|International losses from U.S. subprime mortgages continue to mount. Domestically, mortgage insurer losses have prompted Freddie Mac to make operational changes.
Ocwen Financial Corp. reported a loss of $13.1 million in the fourth quarter compared to a profit of $15.7 million a year earlier. Earnings were impacted by $23.6 million of unrealized losses resulting from increased loss assumptions from Standard & Poor’s on residential mortgage-backed securities.
The West Palm Beach, Fla.-based servicer said it was also impacted by rising delinquency, reducing its servicing fees. The servicing portfolio was $52.7 billion on Dec. 31, 2007, barely changed from $52.2 billion a year earlier.
MGIC Investment Corp. reported a $1.5 billion fourth quarter loss. MGIC explained that low cure rates coupled with higher loss severities and higher delinquencies impacted its quarterly and annual earnings. Most of the losses were the result of a $1.2 billion pre-tax premium deficiency reserve relating to Wall Street bulk transactions.
MGIC, which has written off its entire $0.5 billion investment in Credit-Based Asset Servicing — or C-BASS, warned a loss is also expected this year as the Milwaukee-based company embarks on a plan to raise capital.
Subsidiary Mortgage Guaranty Insurance Corp., which wrote $24 billion in fourth quarter insurance, recently cut its loan-to-values by 5 percent in markets it deems “restrictive.” The company currently has more than $211 billion primary insurance in force.
In response to losses suffered by private mortgage insurers, Freddie Mac announced today changes to its private mortgage insurer eligibility requirements to boost their claims-paying and capital retention capacities. The action was triggered by the ongoing decline in home values and the poor performance of subprime, Alt A and other higher-risk mortgages.
Freddie said as of June 1, all of its approved private mortgage insurers cannot “cede new risk if the gross risk or gross premium ceded to captive reinsurers is greater than 25 percent.” The temporary change is intended to allow mortgage insurers to retain more insurance premiums to pay current claims. In addition, Type II Insurer requirements are being suspended if the companies are downgraded below AA- or Aa3 as long as they to submitting a complete remediation plan for our review and approval within 90 days of the downgrade.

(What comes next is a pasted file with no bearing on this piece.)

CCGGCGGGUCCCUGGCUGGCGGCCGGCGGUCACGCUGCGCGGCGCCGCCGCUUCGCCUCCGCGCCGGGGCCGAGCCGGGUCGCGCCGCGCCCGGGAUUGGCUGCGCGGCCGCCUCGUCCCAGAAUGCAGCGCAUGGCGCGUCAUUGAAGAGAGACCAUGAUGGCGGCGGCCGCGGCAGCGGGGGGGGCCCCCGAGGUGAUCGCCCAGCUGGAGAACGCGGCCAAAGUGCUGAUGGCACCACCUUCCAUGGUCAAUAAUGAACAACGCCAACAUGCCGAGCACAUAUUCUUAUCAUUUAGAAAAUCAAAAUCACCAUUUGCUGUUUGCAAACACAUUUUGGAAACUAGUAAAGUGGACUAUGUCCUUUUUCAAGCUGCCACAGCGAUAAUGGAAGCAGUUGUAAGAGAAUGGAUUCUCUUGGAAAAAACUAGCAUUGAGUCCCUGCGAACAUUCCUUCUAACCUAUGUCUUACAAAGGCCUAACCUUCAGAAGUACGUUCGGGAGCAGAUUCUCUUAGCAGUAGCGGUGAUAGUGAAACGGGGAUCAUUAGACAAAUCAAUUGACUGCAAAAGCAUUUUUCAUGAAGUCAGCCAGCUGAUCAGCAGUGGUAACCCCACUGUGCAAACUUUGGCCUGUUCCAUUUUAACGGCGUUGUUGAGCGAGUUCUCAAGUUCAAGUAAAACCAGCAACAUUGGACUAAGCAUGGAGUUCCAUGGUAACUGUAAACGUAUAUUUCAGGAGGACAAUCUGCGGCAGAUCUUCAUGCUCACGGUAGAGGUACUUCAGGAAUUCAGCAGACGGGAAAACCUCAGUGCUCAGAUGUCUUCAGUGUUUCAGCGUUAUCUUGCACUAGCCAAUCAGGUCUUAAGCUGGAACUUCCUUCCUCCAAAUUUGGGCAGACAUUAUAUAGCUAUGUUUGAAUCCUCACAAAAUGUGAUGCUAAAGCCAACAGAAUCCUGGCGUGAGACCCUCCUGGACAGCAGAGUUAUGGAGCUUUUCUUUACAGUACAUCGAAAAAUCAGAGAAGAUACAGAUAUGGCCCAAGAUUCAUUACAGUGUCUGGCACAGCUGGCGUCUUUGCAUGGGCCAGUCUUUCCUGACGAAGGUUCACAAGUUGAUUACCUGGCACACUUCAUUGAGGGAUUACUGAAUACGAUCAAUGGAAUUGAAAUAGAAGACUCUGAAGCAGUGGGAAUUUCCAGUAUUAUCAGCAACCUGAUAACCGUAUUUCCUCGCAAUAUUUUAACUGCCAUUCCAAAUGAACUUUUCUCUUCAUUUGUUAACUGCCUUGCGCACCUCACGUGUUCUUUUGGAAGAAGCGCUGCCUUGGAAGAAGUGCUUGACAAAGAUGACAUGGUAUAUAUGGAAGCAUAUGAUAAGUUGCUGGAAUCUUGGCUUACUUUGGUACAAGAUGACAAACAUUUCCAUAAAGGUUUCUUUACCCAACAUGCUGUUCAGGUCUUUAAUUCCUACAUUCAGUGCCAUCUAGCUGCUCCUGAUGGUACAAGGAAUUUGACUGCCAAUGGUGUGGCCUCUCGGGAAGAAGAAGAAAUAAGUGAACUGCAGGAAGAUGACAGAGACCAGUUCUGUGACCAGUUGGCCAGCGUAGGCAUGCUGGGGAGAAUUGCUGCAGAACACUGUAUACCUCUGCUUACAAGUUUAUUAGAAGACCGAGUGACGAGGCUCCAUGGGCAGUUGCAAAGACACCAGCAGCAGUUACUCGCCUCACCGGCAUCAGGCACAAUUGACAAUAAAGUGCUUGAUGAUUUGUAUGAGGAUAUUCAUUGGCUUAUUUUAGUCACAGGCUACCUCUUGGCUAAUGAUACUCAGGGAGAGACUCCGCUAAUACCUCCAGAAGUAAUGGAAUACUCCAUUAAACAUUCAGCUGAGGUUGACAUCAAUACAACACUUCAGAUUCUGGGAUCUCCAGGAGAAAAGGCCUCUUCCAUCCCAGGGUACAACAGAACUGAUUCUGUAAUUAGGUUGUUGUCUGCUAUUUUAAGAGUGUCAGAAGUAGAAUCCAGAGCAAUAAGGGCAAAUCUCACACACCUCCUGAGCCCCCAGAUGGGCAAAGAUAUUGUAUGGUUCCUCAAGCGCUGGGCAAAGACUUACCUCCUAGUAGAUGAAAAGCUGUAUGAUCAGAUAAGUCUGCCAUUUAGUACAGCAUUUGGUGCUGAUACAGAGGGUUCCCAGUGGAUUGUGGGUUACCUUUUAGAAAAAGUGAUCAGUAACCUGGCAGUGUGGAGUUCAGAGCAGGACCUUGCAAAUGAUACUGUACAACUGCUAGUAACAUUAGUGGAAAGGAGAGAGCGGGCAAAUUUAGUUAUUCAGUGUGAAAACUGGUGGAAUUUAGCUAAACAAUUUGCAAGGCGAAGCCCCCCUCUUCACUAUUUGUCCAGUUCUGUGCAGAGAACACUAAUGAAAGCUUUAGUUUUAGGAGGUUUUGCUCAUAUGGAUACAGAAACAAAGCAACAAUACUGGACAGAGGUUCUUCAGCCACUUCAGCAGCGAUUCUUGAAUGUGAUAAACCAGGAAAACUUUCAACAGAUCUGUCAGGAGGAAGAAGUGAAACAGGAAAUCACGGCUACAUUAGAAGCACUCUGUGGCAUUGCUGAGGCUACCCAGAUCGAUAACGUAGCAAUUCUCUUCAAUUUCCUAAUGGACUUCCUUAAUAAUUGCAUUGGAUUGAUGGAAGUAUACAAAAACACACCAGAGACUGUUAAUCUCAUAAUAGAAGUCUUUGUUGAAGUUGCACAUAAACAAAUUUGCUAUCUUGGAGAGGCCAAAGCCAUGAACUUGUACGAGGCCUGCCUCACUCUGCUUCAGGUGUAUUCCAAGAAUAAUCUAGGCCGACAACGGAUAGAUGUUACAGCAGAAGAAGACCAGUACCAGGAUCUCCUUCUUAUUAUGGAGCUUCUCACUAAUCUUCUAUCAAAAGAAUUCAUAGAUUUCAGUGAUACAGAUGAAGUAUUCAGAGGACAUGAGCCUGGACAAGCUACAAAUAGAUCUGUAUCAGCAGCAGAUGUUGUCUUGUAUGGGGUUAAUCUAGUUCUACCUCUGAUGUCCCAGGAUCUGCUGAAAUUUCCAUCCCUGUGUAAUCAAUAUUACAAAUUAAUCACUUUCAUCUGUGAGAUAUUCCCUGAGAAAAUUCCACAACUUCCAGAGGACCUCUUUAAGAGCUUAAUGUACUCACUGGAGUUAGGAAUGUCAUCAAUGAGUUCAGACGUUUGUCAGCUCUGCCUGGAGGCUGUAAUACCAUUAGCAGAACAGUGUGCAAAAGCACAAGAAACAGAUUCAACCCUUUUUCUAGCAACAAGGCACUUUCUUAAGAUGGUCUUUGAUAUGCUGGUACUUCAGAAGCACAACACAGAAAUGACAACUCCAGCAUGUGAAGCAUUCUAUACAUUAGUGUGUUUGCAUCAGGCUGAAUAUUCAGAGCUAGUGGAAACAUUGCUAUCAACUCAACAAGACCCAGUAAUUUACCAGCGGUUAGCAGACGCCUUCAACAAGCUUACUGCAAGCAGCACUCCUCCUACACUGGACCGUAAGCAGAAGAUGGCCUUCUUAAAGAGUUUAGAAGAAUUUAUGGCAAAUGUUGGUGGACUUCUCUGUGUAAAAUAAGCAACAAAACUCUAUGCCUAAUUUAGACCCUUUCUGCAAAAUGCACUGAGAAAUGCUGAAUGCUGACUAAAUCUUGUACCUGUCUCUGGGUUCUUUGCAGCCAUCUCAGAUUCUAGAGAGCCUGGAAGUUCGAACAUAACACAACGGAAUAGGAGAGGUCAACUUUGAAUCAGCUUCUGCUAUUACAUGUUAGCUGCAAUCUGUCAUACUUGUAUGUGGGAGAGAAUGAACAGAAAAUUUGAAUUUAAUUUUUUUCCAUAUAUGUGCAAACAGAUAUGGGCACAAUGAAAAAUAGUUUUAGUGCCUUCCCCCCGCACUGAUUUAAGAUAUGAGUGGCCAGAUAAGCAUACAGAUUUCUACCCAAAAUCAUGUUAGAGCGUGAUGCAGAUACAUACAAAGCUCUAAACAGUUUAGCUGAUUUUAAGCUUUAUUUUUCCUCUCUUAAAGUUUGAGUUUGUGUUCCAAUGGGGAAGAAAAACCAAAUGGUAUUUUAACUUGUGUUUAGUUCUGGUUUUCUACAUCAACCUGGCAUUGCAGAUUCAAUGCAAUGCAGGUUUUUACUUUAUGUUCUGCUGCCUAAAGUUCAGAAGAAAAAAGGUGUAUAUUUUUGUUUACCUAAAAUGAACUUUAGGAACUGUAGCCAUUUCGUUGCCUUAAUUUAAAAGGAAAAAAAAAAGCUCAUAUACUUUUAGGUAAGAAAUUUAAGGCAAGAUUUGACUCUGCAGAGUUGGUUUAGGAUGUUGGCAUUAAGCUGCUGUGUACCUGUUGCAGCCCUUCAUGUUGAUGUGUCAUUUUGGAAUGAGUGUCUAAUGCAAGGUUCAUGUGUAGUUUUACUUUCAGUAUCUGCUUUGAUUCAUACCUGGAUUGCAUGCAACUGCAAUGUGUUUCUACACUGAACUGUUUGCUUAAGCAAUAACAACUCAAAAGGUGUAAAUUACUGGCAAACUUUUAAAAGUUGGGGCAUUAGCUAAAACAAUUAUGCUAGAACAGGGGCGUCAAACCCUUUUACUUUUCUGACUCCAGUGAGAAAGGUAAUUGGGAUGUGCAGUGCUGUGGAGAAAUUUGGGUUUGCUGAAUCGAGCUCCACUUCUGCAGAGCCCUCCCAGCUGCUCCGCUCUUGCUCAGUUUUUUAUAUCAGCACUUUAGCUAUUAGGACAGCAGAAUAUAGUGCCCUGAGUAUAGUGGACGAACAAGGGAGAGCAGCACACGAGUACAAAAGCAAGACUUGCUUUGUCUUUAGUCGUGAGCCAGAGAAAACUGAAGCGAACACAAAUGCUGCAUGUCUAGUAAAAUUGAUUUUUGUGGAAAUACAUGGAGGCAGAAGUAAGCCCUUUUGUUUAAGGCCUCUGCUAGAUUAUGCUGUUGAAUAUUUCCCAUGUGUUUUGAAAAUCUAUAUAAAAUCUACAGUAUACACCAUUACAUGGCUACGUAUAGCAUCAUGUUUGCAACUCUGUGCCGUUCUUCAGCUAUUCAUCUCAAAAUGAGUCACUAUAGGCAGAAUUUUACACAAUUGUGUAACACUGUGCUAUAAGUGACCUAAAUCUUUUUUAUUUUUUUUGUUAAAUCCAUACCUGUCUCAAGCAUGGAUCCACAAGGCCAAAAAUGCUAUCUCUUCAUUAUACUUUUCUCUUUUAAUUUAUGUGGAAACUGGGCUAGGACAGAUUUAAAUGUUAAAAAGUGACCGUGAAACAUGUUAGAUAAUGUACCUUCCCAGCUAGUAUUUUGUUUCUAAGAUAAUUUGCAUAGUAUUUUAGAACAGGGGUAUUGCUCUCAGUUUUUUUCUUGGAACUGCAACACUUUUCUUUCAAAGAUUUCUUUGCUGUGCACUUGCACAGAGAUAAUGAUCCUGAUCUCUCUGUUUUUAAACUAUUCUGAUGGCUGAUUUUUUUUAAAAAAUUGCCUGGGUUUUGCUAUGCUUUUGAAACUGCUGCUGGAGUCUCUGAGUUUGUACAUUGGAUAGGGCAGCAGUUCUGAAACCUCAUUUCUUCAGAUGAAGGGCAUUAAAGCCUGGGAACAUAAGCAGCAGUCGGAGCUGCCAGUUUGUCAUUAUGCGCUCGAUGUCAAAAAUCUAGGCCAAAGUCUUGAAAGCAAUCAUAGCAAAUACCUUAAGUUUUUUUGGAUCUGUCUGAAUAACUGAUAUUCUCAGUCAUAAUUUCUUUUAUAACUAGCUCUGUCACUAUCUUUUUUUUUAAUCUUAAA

Swiss banking giant UBS reported a fourth quarter loss of CHF 12,451 million (U.S. $11.3 billion), including $10.8 billion in U.S. subprime losses on mostly super senior tranches of collateralized debt obligations and RMBS. Alt-A investments cost the company another $2.0 billion.
“Last year was one of the most difficult in our history,” UBS Chief Executive Officer Marcel Rohner said in the announcement. “The sudden and serious deterioration in the US housing market, in combination with our large exposure in sub-prime mortgage-related securities and derivatives, has driven us into loss for the year.”
Another Swiss bank, Credit Suisse, reported $0.4 billion in fourth quarter RMBS charges. Subprime RMBS exposure at the end of the quarter was $1.5 billion while subprime CDO exposure was $2.5 billion. Other RMBS non-agency exposure was $6.4 billion.
Sam Garcia worked in mortgage lending for twenty years prior to becoming publisher of MortgageDaily.com.
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